All but one of the nine applications proposing new FM radio services for Kitchener-Waterloo were deemed by the Commission to be competing against one or more of the other applications considered at the hearing. These determinations were reached either on marketing grounds, because applicants proposed to operate in similar musical formats, or on technical grounds, because their applications were predicated on use of the same or an adjacent frequency, or on both marketing and technical grounds. The only application not competitive with any other, on either marketing or technical grounds, was the one submitted by Aboriginal Voices Radio Inc. (AVR). For the purpose of this public process, the Kitchener-Waterloo market equates to the Kitchener Central Market Area (CMA), and encompasses the cities of Kitchener, Waterloo and Cambridge, and the Townships of Woolwich and North Dumfries.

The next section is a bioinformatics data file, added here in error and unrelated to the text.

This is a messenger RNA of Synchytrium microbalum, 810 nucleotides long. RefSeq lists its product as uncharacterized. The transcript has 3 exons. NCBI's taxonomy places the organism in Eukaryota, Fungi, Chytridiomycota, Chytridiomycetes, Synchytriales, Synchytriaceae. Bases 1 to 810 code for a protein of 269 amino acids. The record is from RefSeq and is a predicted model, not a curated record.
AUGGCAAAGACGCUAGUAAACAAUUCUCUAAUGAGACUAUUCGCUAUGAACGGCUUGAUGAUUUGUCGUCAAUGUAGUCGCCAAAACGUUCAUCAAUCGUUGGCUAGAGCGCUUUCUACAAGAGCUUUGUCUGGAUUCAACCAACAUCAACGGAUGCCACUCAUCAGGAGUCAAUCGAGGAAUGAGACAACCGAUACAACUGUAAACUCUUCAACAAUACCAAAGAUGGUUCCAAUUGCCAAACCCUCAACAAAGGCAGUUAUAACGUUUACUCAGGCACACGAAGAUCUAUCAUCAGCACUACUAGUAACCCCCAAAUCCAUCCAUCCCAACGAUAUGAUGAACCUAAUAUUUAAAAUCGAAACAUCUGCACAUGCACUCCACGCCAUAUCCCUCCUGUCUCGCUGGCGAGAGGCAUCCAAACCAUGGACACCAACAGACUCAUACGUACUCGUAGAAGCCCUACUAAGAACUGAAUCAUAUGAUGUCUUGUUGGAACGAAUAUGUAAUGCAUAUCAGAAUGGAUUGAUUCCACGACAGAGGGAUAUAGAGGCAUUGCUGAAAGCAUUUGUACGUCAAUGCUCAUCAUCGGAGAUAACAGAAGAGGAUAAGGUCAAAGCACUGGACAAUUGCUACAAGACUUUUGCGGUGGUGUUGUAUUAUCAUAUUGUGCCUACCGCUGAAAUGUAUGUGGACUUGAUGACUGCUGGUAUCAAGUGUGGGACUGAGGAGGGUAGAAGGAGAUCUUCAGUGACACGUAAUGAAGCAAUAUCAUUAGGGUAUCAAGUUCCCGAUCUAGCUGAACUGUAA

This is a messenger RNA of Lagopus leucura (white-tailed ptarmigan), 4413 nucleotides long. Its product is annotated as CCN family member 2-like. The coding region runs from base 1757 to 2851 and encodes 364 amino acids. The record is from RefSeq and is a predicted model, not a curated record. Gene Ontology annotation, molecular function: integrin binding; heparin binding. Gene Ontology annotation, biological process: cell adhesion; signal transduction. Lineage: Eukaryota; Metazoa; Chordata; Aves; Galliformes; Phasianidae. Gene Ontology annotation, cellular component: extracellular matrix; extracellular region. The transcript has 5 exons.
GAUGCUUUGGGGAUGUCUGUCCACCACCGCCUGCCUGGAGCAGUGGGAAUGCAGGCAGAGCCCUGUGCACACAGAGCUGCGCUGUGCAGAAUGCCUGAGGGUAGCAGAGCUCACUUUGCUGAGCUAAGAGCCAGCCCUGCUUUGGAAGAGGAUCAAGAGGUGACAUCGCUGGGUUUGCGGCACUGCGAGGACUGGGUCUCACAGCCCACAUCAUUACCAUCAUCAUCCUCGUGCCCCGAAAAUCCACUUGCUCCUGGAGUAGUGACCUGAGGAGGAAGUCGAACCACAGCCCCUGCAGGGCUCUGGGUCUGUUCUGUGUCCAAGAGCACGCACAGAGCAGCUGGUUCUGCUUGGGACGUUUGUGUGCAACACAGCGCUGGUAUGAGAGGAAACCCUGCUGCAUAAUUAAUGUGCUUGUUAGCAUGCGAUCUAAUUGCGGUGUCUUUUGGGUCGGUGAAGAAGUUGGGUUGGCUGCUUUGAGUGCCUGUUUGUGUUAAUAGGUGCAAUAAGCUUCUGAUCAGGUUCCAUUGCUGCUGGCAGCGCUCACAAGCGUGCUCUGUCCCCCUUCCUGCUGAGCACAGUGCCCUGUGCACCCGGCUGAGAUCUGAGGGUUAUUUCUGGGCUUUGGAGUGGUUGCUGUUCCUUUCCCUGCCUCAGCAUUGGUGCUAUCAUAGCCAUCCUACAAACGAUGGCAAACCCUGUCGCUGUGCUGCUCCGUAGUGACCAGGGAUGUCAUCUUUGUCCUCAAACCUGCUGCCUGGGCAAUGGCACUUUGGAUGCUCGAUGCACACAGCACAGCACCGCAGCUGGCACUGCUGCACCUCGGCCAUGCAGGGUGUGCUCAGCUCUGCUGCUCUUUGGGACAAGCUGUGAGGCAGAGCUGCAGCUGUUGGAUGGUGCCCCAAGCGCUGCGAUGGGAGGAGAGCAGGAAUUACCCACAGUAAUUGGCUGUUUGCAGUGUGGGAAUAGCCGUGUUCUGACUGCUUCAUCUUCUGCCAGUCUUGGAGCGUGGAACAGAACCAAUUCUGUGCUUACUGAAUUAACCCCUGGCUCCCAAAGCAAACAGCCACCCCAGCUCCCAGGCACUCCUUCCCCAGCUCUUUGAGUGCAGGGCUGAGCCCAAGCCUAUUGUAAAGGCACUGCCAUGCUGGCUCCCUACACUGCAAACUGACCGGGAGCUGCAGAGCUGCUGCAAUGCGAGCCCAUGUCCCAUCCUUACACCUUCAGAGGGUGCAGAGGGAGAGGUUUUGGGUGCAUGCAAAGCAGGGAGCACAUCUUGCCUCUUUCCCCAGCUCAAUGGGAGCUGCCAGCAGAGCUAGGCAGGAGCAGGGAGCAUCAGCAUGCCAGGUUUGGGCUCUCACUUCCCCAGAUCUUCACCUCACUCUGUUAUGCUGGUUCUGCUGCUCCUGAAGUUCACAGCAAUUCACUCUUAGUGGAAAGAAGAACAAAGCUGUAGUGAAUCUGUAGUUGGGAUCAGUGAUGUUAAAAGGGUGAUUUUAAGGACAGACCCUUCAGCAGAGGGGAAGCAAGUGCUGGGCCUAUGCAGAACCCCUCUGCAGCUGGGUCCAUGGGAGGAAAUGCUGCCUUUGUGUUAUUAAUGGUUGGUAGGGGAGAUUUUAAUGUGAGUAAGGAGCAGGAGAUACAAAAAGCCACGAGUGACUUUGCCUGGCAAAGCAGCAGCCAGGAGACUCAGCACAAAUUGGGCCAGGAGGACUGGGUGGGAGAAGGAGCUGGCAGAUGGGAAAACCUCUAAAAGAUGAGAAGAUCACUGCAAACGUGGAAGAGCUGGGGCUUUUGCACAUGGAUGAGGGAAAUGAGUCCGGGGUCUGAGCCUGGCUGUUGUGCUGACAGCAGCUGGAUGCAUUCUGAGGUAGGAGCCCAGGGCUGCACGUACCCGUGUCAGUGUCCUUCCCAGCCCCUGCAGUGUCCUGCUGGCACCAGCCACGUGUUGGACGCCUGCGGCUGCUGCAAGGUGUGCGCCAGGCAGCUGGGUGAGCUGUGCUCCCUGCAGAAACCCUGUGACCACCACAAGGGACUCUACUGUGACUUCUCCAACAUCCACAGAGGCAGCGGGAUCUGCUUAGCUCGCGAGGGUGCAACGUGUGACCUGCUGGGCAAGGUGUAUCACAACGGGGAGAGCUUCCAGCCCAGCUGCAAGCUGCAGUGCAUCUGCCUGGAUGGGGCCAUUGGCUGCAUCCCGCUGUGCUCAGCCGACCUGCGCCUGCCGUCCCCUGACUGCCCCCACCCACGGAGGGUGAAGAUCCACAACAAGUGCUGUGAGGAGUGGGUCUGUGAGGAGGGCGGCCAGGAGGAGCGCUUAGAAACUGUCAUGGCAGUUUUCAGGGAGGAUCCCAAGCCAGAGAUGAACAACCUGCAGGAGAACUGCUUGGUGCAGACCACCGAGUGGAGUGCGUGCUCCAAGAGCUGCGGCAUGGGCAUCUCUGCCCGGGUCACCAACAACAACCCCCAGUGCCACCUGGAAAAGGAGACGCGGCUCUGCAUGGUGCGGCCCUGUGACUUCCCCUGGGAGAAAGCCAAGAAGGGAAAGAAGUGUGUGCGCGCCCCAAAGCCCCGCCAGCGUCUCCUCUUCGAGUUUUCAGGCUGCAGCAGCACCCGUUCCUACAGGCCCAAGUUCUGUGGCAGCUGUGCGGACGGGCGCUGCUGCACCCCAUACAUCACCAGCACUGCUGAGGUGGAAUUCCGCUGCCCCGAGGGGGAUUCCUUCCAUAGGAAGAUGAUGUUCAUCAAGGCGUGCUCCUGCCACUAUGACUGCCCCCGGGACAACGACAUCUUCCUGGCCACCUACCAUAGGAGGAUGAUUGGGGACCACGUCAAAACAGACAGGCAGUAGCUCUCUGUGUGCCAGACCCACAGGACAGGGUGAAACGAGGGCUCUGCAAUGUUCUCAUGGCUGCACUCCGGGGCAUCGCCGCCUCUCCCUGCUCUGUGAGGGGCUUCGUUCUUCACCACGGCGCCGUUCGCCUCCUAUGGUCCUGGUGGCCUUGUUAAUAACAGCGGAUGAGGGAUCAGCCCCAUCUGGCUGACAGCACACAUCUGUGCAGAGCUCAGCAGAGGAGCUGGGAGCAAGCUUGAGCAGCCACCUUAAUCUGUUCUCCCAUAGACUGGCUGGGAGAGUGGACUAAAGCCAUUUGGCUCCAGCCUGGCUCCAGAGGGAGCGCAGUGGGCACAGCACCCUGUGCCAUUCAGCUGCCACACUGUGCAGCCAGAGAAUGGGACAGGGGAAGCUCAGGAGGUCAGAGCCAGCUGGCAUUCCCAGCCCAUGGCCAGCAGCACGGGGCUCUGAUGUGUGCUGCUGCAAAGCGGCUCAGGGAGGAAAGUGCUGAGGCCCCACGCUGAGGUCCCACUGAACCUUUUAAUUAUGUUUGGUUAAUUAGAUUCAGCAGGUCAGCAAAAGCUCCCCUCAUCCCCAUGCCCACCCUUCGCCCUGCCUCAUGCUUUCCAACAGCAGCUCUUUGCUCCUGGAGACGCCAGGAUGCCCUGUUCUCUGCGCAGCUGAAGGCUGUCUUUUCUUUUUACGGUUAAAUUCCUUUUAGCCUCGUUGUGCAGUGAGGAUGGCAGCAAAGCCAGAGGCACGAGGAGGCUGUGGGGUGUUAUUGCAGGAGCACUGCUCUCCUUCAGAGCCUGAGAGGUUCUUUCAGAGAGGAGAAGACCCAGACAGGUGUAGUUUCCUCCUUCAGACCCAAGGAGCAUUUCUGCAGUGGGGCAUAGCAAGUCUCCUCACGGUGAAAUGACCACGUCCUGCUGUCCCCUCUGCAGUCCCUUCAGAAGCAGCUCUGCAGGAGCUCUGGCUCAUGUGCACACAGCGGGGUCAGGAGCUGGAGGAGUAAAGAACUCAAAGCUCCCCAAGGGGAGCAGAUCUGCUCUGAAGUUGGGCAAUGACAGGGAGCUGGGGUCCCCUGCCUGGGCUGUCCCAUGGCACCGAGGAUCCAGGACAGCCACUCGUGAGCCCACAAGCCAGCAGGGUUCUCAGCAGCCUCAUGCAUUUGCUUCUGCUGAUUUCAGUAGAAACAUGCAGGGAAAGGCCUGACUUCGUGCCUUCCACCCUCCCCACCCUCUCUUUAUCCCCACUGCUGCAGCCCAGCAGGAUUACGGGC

Three of the six applicants seeking licences to operate new commercial FM stations in Kitchener-Waterloo were Global Communications Limited (Global), Rogers Broadcasting Limited (Rogers) and CKMW Radio Ltd. (CKMW). These three applicants proposed to operate in musical formats that they described, respectively, as Rhythmic Contemporary Hit Radio (Rhythmic CHR), CHR and Urban Top 40. All three formats would feature predominantly Pop, Rock and Dance music, and would have similar or largely overlapping target audiences. These audiences were: listeners 15 to 34 years of age in the case of Global's Rhythmic CHR station, those 12 to 24 years old in the case of Rogers' CHR station, and those 12 to 34 years of age in the case of CKMW's Urban Top 40 station. Each applicant proposed the use of a frequency not proposed by either of the other two. Their proposals were thus competing against each other solely on marketing grounds.